With two happiness guides — The Happiness Project and Delivering Happiness — on the New York Times best-seller list, one has to wonder: If happiness is such a hot topic, does that mean we’re all unhappy and depressed?
Not necessarily, says Gretchen Rubin, a New York blogger and author of The Happiness Project. “I didn’t hit rock bottom before I wrote the book,” she says. “I was not coming from deep unhappiness and there wasn’t a big catalyst to have this deep epiphany. I was literally on a bus staring out a window and thought, ‘What do I want in life?’ Well, I want to be happy. And I realized I didn’t spend any time thinking about happiness even though it was my top priority.”
Come on, get happier
As with Rubin, perhaps happiness has struck a chord with Americans because, although we’re not necessarily unhappy, we know we could be happier than we are now. “So many people think my goal and everyone’s goal is that everybody should be happy 100 percent of the time,” Rubin says. “But that’s not realistic.”
Instead, she says finding happiness is about adding more sunshine to your already content life. “What can you do to be happier or as happy as you can be?” she asks. Although The Happiness Project author doesn’t always have a five-star day, after having completed the project and becoming a master of this subject, she says that her “lows are not as low as they used to be” and that she recovers faster from a bad day or an upsetting encounter now.
Reframe the situation
Sylvia Lafair, Ph.D. and president of CEO (Creative Energy Options, Inc.), agrees that it’s unrealistic to assume that we’ll always have a happiness high.
“The ‘happiest’ people I know can express anger, regret, disappointment, rage, fury and disgust with vigor,” Lafair says. “The key is not to dwell there. Happiness has more to do with how long and how deeply we stay mired in these emotions.” Her advice? Reframe unhappy situations and address real issues.
However, Lafair adds a note of caution to this advice: “Sometimes we have to sit with an issue and ‘feel it fully’ before reframing it,” she explains. “If not, what happens is ‘symptom substitution.’ A simple example is someone who finally quits smoking and then starts eating tons of food. Is this a better solution? The same is done with emotional issues.”
So, while you should anticipate bad days, both Rubin and Lafair emphasize that the key to happiness is changing your perspective. By acknowledging your negative thoughts and reframing them in a positive light, you’ll bounce back more quickly and avoid dwelling in negativity.
Blissful books: How to get your happy on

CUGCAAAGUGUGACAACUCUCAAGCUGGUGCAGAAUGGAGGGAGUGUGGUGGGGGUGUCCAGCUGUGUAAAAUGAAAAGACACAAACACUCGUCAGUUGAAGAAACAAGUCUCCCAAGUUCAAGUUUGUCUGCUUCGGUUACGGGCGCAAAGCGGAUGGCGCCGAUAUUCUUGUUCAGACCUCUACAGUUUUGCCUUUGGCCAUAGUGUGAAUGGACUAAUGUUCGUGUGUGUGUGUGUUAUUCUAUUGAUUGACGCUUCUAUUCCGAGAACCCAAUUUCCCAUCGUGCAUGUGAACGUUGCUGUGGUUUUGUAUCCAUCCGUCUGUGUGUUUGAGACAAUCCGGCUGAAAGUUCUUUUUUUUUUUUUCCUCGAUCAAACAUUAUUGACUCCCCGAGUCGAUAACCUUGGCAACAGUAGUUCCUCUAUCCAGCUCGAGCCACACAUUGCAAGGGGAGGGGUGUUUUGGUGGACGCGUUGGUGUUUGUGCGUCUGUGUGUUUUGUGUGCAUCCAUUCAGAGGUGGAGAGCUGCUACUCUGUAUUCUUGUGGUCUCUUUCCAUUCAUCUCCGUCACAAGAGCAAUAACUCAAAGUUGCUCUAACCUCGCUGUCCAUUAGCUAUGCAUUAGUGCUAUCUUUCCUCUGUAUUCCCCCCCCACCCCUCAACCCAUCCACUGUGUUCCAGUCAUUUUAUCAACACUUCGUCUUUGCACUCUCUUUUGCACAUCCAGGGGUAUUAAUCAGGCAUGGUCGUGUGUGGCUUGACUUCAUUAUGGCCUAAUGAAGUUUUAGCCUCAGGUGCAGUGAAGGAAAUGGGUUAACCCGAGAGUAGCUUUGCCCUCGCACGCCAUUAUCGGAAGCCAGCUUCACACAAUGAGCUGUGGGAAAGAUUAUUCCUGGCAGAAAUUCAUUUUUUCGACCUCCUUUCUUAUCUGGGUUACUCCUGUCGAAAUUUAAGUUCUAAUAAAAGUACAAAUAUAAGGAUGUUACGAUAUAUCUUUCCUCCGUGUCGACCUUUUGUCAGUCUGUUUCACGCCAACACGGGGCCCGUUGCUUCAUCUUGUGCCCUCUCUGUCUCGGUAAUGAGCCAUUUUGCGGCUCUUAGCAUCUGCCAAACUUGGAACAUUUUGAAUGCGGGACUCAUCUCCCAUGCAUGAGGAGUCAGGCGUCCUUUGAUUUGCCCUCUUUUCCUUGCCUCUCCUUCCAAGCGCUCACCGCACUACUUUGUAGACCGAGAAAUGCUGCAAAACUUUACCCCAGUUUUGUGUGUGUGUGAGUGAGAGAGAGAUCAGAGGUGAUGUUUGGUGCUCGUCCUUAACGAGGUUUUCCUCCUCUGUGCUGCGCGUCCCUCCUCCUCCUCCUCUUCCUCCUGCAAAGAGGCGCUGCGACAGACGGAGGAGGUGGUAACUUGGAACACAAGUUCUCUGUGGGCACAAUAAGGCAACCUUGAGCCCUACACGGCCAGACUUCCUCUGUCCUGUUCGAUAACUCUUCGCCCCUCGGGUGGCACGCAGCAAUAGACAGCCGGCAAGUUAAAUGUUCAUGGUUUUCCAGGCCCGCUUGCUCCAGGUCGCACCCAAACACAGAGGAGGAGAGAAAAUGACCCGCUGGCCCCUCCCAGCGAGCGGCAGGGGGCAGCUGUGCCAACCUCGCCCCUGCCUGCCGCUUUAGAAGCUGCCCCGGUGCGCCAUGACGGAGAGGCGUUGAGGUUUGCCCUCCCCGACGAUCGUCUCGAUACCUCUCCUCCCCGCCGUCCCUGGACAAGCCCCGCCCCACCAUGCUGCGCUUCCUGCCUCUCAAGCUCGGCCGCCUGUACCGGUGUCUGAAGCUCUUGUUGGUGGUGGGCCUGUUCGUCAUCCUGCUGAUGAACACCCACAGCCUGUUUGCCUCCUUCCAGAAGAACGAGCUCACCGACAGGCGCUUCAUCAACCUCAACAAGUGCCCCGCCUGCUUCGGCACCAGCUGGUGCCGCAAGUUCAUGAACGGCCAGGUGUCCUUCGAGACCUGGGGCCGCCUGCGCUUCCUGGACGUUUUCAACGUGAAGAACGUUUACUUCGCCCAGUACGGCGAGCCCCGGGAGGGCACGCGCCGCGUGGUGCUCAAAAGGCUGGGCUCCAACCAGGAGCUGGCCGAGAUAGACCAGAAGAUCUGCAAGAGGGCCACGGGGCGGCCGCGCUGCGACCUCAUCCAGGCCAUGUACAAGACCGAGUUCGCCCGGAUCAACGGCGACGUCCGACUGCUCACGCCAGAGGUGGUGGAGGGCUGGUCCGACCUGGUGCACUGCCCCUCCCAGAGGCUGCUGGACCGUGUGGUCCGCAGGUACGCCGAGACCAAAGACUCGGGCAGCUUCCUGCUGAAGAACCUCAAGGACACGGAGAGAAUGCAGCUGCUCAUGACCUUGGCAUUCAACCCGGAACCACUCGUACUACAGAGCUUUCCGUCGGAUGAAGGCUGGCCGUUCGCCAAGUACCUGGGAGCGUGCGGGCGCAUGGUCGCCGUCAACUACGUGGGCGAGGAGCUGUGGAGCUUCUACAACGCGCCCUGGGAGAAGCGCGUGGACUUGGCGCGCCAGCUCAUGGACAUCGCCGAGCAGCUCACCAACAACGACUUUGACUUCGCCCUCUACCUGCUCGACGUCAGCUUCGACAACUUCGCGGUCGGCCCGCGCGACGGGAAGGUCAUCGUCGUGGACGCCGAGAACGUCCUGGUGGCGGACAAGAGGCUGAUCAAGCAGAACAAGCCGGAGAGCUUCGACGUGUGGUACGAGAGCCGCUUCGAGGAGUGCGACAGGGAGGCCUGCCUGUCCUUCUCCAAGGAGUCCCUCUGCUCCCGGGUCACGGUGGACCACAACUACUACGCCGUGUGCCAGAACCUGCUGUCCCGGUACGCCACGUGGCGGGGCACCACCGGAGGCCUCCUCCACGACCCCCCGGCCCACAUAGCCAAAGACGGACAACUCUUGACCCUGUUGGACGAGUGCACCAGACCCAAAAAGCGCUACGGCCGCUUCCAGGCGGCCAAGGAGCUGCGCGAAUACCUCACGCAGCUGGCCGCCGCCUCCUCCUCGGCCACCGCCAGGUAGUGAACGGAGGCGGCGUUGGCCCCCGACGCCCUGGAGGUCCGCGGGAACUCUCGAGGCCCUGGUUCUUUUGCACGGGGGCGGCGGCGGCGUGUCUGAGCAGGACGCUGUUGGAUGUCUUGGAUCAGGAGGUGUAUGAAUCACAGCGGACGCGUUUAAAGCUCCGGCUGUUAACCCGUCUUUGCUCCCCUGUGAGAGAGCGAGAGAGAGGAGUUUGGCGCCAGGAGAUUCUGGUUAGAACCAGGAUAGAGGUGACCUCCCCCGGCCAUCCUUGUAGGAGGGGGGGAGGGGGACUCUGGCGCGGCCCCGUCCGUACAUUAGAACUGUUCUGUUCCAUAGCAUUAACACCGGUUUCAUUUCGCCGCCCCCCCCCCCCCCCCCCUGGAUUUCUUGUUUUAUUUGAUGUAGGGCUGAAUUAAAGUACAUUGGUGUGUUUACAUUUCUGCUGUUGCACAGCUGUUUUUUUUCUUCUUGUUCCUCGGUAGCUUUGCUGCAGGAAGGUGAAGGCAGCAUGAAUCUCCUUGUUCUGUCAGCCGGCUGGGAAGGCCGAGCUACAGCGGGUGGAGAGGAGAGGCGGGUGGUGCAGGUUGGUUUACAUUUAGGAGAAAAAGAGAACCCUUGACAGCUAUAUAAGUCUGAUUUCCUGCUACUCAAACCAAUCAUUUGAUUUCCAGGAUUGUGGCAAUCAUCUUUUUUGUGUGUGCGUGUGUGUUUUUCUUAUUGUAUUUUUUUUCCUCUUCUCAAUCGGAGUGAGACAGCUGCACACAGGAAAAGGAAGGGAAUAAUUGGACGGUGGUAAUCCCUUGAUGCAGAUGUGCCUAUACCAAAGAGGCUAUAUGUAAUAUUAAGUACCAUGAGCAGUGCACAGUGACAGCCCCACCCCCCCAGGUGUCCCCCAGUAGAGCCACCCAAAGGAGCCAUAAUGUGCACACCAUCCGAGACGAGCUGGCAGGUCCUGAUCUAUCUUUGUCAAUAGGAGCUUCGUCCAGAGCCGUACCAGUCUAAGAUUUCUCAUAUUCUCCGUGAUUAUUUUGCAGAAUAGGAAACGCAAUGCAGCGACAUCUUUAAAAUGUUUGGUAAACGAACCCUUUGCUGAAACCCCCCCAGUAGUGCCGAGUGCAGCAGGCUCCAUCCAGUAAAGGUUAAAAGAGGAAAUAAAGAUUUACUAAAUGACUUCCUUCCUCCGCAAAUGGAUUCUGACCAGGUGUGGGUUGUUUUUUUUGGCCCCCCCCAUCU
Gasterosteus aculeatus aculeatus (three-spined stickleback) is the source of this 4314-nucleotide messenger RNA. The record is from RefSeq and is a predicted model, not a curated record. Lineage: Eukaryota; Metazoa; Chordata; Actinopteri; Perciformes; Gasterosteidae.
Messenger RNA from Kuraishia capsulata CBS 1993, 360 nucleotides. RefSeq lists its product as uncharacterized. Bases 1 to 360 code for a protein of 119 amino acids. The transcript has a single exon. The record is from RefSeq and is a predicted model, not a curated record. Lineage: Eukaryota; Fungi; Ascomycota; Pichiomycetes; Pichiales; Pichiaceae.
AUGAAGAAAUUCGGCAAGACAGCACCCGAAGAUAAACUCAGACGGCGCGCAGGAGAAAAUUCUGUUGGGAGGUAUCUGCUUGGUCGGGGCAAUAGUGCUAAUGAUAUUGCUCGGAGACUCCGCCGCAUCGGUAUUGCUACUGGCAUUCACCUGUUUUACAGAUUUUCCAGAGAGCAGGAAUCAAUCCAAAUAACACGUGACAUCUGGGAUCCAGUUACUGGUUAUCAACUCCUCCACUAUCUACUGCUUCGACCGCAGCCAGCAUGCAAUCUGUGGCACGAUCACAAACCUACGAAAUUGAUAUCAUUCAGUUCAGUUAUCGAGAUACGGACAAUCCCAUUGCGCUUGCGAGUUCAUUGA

There are several books available for people who want to add more happiness and contentment to their lives. Although none can guarantee you 100 percent happiness all the time, they can, as Rubin puts it, give you the ability to have a “good bad day.”
The Happiness Project: Or, Why I Spent a Year Trying to Sing in the Morning, Clean My Closets, Fight Right, Read Aristotle, and Generally Have More Fun (Harper, 2009) by Gretchen Rubin — This book depicts the author’s year-long quest for happiness with insight, anecdotes and advice, empowering readers to begin a happiness project of their own.
Delivering Happiness: A Path to Profits, Passion, and Purpose (Business Plus, 2010) by Tony Hsieh — A book geared more toward entrepreneurs and business folk, in which the CEO of online shoe retailer Zappos.com emphasizes the importance of corporate culture and how it can foster success by making customer service an entire company’s goal. Hsieh applies research from the science of happiness to growing a business and helping employees grow professionally and personally.
How to Be Happy, Dammit: A Cynic’s Guide to Spiritual Happiness (Celestial Arts, 2001) by Karen Salmansohn — Although there are several happiness books on the market, this author breaks it down into life lessons, such as Life Lesson #21: “You must remember: You are here now … no, no, now … NO, NOW! You are a human ‘being’ and not a human ‘was’ or a human ‘will be.’ So you try to spend more time being present — and less time being busy.”
Happiness At Work: Maximizing Your Psychological Capital for Success (Wiley, 2010) by Jessica Pryce-Jones — Considering there are so many facets of our lives that may yearn for improvement in the happiness category, Jones focuses on five ways to achieve happiness at work and the specific tools you’ll need to apply them: contribution, conviction, culture, commitment and confidence.
Stumbling on Happiness (Vintage, 2007) by Daniel Todd Gilbert — This book reads more like a detective novel based on a psychologist’s insights than an advice guide. It is based on the notion that humans are different from animals in regard to our interest in predicting the future. The book includes a series of facts about how our minds work, the shortcomings of our imaginations and how it’s improbable to believe that our imaginations are truly imaginative at all!
The How of Happiness: A Scientific Approach to Getting the Life You Want (The Penguin Press, 2007) by Sonja Lyubomirsky — This author and psychology professor reflects upon her own ground breaking research to pioneer a specific plan to increase happiness. She defines what happiness is, what it isn’t and specific steps to get closer to it.